United Nations Supporting Kenya's Post COVID-19 Industrial Recovery and Growth to Achieve Inclusive and Sustainable Growth
Kenya aims to attract more than USD 30 billion in manufacturing investments over the next 5 years by focusing on sectors with high growth potential
As the COVID-19 pandemic threw global supply chains into disarray, the Kitui County Textile Center (KICOTEC) spotted an opportunity amidst the crises. KICOTEC rapidly shifted from its traditional business of manufacturing garments to making masks and personal protective equipment (PPEs) to meet rapidly rising demand. The factory not only met the urgent need for COVID prevention supplies but employed additional youth and women at a time when most companies were shutting down. KICOTEC's pioneering production of PPEs buttressed the textile and apparel sector, contributed to Kenya's economic recovery, and modeled local production of affordable, high-quality PPEs meeting local and international standards.
Boosting domestic manufacturing is one of President Kenyatta's 'Big Four' priorities to steer Kenya to sustainable economic growth and ‘Vision2030.’ It has huge potential to attract investment, create employment, stimulate growth, and linkages to all other sectors of the economy. KICOTEC's example, and many like it, show that however tragic and impactful the COVID-19 pandemic has been, it offers innovative opportunities too.
To drive Kenya's post-COVID-19 industrial recovery and growth, the Government of Kenya requested the United Nations Industrial Development Organization (UNIDO) to roll out its "Programme for Country Partnership" (PCP) model in Kenya as a "self-starter country." PCP is an innovative approach supporting countries to accelerate inclusive and sustainable industrial development by focusing on sectors with high growth potential. It directly advances Sustainable Development Goal (SDG) 9: "Build resilient infrastructure, promote inclusive and sustainable industrialization and foster innovation." In addition, it strongly contributes to all the other 16 SDGs.
Achieving the 2030 Sustainable Development Agenda requires pooling resources and expertise, channeling public and private expertise, encouraging public and private investments together towards high-growth industrial sectors. During the launch of the PCP, President Uhuru Kenyatta remarked that Kenya aims to attract more than USD 30 billion in manufacturing investments over the next 5 years. "My Administration will continue to support establishing Industrial Parks and Special Economic Zones that will provide a competitive platform for industrial development. Kenya has the potential to develop Agro-processing facilities in 41 out of 47 counties that provide the opportunity for Kenyan goods and products to enter the largest global market with competitive products," he said
Kenya selected UNIDO's innovative PCP model after noting its success in Ethiopia and Senegal amongst PCP pilot countries in Africa. In both countries, the PCP model aligns directly with national planning priorities to achieve larger development goals. As of 2020, Ethiopia had leveraged USD 1.8 billion through its PCP. There, purpose-built Integrated Agro-Industrial Parks (IAIPs) have been the main catalyzers of investments and partnerships. The four IAIPs have already created about 21,000 jobs, including more than a quarter for women. Almost 18,000 smallholder farmers have been supported with extension services, capacity building, market access, and technology transfers as well.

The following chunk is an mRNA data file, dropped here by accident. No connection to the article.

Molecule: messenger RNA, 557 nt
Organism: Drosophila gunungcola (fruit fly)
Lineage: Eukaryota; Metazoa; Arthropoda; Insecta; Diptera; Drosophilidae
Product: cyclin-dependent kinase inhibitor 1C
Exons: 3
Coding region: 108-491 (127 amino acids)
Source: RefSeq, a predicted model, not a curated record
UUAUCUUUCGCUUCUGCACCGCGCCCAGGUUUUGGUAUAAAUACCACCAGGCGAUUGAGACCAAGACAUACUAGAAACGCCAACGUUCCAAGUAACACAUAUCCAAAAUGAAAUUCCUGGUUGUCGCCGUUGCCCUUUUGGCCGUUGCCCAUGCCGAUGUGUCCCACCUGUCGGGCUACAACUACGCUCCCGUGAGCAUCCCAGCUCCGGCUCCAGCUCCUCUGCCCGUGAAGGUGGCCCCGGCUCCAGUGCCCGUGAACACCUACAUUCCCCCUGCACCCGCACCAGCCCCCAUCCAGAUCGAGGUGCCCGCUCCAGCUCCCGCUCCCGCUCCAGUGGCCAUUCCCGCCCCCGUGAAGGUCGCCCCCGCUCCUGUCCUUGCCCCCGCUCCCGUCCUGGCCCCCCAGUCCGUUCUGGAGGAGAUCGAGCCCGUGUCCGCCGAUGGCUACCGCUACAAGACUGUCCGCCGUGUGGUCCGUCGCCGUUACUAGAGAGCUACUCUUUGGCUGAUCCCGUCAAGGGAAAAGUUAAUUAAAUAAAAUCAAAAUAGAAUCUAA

As of 2020, Senegal's PCP had already mobilized more than USD 800 million in public and private investments. The Special Economic Zones (SEZ) reform and incentive packages developed with UNIDO's support has encouraged companies in Senegal to establish factories that have already created over 4,000 jobs.
Kenya's first anchor PCP project will be on a 280-acre parcel of land in Nyamira County. It will complement other current UNIDO projects targeting agro value chains, investment promotions in the textile, leather, energy and environment sectors. Other investment opportunities that are envisaged, include open information and communications technologies, digitalization, and the "green" and "blue" economies. The industrial zones will be backed with intensified initiatives on trade promotion, investment and quality infrastructure, research, and policy. Together, and inspired by the opportunities identified by KICOTEC and many companies like it, these efforts will drive Kenya's Post- COVID industrial recovery and growth.
Come to think of it: as Kenya rolls out its National COVID-19 vaccinations (with UNICEF and WHO support), shouldn't the domestic production of PPEs inspire us to still greater heights of ambition? What is to prevent us together to building a domestic capacity to manufacture the COVID-19 vaccine and others like it, to future proof us against pandemics now and to come? A great opportunity to build our self-reliance and resilience!